BLOOD AND LACE (1971)
The lone directorial effort from Philip S. Gilbert, and a definite influence on NIGHTMARE ON ELM STREET (check out the crispy-faced killer here) and HALLOWEEN (the hammerin‘ intro). Len “Uncle Leo” Lesser, Melody “Wrangler Jane” Patterson, Vic Tayback in ass kicking form (!), THE BIG HEAT’s Gloria Grahame, and a very young Dennis Christopher. The lowest budget you can imagine, which makes it all the more fascinating. Sleazy and really sick.
The Wes Craven film no one seems to remember, but it starred a young Sharon Stone in her second film, with the equally sexy , and the ever-popular Ernest Borgnine. Falters near the end but is well worth seeking out.
HALLOWEEN flick in name only, and the plot is very silly when you get down to it. Still it is imaginative, surprisingly gory, and that damned Silver Shamrock jingle will stick in your head for days afterward.is missing, it is a
Literate, intelligent horror from director Val Guest and writer Nigel Kneale moves a tad slowly for the modern audience, but features Peter Cushing (excellent as usual) and Forrest Tucker (also terrific as the ‘ugly American’ in this British production) searching for the title creature in the freezing mountains. Still not as well known as it should be; the cheapie THE CRAWLING EYE seems better known among Tuck‘s British horror excursions, but this one is a legitimate classic, and 53 years later, still the best film about the Yeti.
No Lugosi in this direct sequel, which is one reason it isn’t as ubiquitous as, say, BRIDE OF FRANKENSTEIN, but a daring amount of homoerotic sexuality for a post-Production Code film from its decade and a hypnotic performance by . The thinking person’s horror film of the 1930’s.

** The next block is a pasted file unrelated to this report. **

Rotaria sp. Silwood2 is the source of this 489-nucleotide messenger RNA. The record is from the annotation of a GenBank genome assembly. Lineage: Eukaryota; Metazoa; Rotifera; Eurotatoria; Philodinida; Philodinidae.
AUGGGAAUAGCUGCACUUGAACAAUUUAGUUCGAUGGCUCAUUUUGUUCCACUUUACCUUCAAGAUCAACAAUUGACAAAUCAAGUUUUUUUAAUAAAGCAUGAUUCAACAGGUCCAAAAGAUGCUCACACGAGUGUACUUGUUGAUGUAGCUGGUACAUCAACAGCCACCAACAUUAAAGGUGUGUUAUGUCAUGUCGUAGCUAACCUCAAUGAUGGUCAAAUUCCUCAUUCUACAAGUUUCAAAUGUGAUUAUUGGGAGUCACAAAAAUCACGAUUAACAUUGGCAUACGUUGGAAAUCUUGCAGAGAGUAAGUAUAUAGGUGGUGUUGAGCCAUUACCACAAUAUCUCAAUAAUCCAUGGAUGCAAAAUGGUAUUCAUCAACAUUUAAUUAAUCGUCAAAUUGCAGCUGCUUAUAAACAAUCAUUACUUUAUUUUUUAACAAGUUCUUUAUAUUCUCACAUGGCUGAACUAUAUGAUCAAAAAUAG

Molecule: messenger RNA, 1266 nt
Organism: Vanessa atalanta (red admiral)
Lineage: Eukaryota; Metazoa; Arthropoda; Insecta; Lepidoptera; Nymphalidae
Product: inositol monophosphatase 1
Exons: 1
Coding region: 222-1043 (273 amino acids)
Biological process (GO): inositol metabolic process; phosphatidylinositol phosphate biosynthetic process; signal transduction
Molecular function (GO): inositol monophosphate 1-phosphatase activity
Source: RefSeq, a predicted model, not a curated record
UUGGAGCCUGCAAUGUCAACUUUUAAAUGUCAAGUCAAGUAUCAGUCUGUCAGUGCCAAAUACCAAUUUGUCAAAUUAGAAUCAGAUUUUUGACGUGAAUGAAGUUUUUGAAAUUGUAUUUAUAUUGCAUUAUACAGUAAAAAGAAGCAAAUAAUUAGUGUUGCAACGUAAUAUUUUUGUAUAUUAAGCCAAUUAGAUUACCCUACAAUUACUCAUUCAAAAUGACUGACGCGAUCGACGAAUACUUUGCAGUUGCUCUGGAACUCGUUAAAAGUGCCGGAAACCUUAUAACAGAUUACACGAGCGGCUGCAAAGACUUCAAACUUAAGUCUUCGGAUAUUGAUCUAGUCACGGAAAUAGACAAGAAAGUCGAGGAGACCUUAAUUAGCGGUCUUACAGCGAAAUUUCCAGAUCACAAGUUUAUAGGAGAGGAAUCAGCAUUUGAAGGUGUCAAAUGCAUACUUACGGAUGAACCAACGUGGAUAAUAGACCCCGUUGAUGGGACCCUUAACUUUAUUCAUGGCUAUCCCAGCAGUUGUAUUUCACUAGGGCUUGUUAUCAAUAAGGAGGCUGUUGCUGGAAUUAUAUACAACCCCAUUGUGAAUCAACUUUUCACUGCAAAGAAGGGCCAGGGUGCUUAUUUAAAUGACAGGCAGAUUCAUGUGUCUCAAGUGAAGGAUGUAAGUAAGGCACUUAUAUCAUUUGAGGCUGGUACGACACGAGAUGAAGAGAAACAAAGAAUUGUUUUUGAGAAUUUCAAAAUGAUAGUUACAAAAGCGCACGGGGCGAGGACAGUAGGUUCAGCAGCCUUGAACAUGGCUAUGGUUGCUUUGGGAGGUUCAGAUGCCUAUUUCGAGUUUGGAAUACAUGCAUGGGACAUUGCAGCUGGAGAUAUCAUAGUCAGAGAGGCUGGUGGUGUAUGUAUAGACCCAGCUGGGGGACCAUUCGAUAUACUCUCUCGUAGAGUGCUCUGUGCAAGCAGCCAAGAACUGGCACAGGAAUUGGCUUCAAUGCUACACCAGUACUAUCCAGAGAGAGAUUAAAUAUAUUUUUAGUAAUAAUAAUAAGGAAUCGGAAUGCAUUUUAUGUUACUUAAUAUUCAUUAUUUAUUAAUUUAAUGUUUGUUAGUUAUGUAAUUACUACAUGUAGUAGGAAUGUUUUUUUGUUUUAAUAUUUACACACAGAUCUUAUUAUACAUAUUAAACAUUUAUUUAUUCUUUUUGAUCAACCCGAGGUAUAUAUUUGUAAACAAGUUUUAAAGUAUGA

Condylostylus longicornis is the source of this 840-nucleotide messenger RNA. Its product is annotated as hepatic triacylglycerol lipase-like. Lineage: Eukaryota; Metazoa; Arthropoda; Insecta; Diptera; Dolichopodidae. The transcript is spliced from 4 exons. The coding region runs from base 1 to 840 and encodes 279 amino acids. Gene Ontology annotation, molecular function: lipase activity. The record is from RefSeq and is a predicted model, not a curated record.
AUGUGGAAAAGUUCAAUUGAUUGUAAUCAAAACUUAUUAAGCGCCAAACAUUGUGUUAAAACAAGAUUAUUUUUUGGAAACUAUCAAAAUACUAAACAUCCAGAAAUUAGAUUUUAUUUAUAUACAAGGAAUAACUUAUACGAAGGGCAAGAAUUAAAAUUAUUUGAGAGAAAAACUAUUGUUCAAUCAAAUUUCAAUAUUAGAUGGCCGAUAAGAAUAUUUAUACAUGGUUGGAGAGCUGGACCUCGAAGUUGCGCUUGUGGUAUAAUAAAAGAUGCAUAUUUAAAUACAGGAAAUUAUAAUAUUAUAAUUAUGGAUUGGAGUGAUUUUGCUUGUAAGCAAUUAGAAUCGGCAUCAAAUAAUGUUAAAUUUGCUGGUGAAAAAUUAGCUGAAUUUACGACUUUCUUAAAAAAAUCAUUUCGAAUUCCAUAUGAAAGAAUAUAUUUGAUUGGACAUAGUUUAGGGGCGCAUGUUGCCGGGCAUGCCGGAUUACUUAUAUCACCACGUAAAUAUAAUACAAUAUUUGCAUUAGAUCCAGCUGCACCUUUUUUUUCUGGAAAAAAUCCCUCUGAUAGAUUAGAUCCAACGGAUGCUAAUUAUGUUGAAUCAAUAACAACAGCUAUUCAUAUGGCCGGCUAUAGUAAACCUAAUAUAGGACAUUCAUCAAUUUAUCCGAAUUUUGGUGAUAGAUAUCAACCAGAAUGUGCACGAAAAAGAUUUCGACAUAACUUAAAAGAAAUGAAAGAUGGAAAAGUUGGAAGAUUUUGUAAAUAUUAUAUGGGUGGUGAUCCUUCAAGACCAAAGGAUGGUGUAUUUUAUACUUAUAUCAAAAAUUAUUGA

Hoodoo (a practice) has been explored by far fewer films than voodoo (a religion), and the two are often mistaken for one another. But enough hair-splitting that you can look up for yourself on wikipedia. This Kate Hudson vehicle boasts a tight script by Ehren Kruger (THE RING), a clever twist, very good use of the historic Felicity Plantation, and memorably creepy cameos from Ronald McCall and Jeryl Prescott. I couldn’t say much more without spoilers, but IMO this one was unfairly dismissed by critics in the summer of 2005.
Speaking of voodoo….SUGAR HILL has the misfortune to share its name with a well-known 1994 Wesley Snipes vehicle. Starring Marki Bey (should have been Rosalind Cash IMO) and 1970’s horror icon . This revenge tale might lack the star power and nudity of a FOXY BROWN or COFFY but it boasts perhaps the quintessential screen interpretation of Baron Samedi, a terrific and scene stealing performance by . Also with (THE JEFFERSONS).
An excellent lead performance by Glynn Turman as a modern day student overtaken by the ghost of a 1940’s gangster. One of the better possession-themed EXORCIST ripoffs, with Lou Gossett Jr. (too young for the role, the biggest flaw) as a minister with skeletons in the closet, and some welcome nudity from (THE WHITE SHADOW). Turman is better known to modern audiences for his role in A DIFFERENT WORLD but he had some plum roles in the wake of his great performance in COOLEY HIGH in the mid-1970’s. Directed capably by the also underrated Arthur Marks (FRIDAY FOSTER, BUCKTOWN).
It might be more accurately called the most stylish of all revenge films. It certainly demonstrates that The Bard offered death scenes several centuries ago that could rival any slasher flick in gruesomeness. Vincent Price is better remembered for his DR. PHIBES films or his Poe series for AIP, but this film from represents Price’s horror film apex (along with THE WITCHFINDER GENERAL). As disgraced Shakespearean actor Edward Lionheart, Price gets the last laugh on several of his critics. A very classy cast also includes Diana Rigg, Robert Morley, Michael Hordern and Coral Browne, a.k.a. Mrs.Vincent Price. Catch it on MGM HD if you possibly can.
Peter Fonda and Warren Oates get a little too close to a Satanic sacrifice while on vacation, and face one of the many far-reaching conspiracies from cinema’s post-Watergate period. Directed by Jack Starrett (CLEOPATRA JONES) and also starring Loretta Swit, Starrett and R. G. Armstrong.